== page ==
This study examines the interconnections among education - as a proxy for socioeconomic status - stress, and physical and mental health by specifying differential exposure and vulnerability models using data from The National Study of Daily Experiences (N = 1,031). These daily diary data allowed assessment of the social distribution of a qualitatively different type of stressor than has previously been examined in sociological stress research - daily stressors, or hassles. Moreover, these data allowed a less biased assessment of stress exposure and a more micro-level examination of the connections between stress and health by socioeconomic status. Consistent with the broad literature describing socioeconomic inequalities in physical and mental health, the results of this study indicated that, on any given day, better-educated adults reported fewer physical symptoms and less psychological distress. Although better educated individuals reported more daily stressors, stressors reported by those with less education were more severe. Finally, neither exposure nor vulnerability explained socioeconomic differentials in daily health, but the results clearly indicate that the stressor-health association cannot be considered independent of socioeconomic status.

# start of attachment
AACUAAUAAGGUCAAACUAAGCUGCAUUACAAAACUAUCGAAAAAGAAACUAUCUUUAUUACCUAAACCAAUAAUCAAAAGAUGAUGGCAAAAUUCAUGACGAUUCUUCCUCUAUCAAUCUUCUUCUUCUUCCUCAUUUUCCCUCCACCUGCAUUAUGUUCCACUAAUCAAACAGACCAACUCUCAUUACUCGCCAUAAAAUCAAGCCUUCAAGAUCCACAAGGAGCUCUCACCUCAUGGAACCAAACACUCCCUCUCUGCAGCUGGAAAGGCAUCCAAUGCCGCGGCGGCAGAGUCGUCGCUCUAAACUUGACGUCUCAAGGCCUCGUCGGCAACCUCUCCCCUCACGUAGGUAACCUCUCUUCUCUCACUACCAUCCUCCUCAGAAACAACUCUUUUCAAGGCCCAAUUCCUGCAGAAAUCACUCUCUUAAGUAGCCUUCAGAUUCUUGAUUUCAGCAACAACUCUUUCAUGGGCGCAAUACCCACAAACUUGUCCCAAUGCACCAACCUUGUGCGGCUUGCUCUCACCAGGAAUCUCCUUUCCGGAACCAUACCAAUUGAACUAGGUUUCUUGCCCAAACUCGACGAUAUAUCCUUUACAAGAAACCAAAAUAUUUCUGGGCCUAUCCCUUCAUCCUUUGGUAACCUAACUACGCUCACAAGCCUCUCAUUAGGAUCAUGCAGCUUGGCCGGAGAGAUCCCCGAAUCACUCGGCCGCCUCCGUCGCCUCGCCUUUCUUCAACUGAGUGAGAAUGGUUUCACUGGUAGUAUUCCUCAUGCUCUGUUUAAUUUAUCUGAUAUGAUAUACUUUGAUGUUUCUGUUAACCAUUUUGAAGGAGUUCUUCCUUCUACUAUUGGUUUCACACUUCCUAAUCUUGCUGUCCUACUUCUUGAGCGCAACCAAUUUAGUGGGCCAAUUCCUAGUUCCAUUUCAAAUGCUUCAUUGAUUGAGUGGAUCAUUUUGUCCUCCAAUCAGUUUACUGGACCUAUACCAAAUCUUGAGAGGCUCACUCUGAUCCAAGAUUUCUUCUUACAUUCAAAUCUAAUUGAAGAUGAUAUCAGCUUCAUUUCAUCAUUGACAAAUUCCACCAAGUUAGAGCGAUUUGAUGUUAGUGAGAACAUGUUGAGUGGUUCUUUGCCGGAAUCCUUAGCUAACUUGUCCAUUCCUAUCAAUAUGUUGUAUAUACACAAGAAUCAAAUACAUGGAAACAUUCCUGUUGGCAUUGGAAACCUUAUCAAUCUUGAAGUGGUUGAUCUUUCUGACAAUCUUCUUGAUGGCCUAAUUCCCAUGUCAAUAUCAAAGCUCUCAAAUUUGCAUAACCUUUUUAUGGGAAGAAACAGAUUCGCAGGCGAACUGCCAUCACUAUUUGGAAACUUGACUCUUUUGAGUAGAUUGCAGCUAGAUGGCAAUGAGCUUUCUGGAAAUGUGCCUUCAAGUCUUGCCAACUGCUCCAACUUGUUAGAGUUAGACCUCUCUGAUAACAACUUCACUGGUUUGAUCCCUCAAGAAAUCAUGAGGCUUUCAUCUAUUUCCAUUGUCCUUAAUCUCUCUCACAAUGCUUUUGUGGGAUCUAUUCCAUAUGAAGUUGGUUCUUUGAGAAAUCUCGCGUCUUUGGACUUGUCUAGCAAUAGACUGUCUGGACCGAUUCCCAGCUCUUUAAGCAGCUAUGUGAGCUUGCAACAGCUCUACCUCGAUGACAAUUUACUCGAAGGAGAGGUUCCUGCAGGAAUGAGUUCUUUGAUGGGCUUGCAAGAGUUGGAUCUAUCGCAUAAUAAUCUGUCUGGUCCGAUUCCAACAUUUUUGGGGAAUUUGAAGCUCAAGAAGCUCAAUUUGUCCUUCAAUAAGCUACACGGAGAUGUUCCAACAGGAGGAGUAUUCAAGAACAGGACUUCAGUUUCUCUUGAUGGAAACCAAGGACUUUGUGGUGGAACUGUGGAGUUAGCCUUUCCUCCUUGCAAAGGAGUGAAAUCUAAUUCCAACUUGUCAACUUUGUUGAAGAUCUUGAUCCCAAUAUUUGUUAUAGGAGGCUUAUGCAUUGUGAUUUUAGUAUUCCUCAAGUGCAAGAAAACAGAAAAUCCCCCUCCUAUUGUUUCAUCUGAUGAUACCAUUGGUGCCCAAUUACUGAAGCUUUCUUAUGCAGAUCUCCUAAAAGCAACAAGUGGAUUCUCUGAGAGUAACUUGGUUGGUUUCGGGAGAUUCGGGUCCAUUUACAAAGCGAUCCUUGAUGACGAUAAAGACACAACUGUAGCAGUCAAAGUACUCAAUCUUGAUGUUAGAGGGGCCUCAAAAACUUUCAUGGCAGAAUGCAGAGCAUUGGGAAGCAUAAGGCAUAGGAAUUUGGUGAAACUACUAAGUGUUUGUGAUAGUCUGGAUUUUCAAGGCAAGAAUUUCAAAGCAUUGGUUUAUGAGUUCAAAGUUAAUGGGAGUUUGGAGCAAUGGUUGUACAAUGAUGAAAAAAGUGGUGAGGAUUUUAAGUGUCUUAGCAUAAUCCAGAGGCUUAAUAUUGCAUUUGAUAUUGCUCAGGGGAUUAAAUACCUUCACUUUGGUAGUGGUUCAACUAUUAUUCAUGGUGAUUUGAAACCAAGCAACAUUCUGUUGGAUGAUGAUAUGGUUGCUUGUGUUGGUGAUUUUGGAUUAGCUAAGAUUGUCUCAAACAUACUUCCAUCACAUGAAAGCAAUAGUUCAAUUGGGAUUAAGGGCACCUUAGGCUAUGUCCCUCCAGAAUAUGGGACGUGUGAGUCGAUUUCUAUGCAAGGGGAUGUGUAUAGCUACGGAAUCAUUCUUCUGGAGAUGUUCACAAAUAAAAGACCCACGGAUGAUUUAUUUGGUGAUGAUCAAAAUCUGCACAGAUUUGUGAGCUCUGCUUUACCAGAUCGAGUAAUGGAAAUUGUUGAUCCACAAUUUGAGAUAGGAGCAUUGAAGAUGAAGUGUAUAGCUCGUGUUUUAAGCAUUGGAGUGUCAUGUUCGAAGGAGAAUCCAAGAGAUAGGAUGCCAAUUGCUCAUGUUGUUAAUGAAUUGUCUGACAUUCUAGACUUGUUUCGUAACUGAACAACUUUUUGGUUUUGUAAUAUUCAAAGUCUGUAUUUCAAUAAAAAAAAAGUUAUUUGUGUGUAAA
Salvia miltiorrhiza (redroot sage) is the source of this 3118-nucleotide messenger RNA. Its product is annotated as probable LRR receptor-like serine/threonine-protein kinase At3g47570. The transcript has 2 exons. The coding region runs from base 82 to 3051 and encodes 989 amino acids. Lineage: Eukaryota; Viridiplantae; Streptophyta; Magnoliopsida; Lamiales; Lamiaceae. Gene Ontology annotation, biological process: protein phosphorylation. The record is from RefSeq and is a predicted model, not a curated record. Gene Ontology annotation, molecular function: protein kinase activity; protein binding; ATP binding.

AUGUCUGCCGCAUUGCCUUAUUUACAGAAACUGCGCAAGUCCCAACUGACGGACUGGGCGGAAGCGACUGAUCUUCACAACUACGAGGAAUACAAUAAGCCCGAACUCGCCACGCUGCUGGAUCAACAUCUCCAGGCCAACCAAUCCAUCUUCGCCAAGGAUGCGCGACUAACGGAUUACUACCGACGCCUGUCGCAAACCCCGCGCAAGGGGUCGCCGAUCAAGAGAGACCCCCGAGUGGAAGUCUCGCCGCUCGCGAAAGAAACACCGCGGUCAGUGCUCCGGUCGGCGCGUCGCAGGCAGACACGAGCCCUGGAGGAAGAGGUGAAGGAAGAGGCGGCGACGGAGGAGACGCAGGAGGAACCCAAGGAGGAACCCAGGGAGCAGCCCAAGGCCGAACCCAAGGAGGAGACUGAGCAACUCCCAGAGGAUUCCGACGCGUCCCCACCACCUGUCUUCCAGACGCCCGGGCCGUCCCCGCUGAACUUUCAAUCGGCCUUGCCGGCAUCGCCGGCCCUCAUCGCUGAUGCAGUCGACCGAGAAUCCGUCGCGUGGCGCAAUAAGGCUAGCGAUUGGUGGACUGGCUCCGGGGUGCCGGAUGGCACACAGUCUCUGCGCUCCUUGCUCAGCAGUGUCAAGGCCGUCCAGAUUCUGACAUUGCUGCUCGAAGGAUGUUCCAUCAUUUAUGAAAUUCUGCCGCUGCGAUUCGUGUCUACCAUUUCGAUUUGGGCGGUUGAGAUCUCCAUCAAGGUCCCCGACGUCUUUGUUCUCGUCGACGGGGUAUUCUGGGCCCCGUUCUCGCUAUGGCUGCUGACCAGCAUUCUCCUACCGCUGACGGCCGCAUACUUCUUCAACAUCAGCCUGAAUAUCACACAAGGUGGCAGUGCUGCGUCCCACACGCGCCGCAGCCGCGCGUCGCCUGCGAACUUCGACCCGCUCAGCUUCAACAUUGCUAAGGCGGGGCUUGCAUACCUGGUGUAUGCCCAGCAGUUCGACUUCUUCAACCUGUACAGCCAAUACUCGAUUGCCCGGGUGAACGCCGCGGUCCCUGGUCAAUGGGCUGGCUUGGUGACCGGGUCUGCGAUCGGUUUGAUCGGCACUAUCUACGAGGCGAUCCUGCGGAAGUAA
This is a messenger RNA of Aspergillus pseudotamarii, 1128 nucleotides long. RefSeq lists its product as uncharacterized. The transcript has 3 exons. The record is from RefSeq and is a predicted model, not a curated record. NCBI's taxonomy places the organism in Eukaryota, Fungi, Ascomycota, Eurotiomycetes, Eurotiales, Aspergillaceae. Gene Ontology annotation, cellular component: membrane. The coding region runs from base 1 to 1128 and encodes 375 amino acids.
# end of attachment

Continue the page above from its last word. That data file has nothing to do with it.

All Science Journal Classification (ASJC) codes
- Social Psychology
- Public Health, Environmental and Occupational Health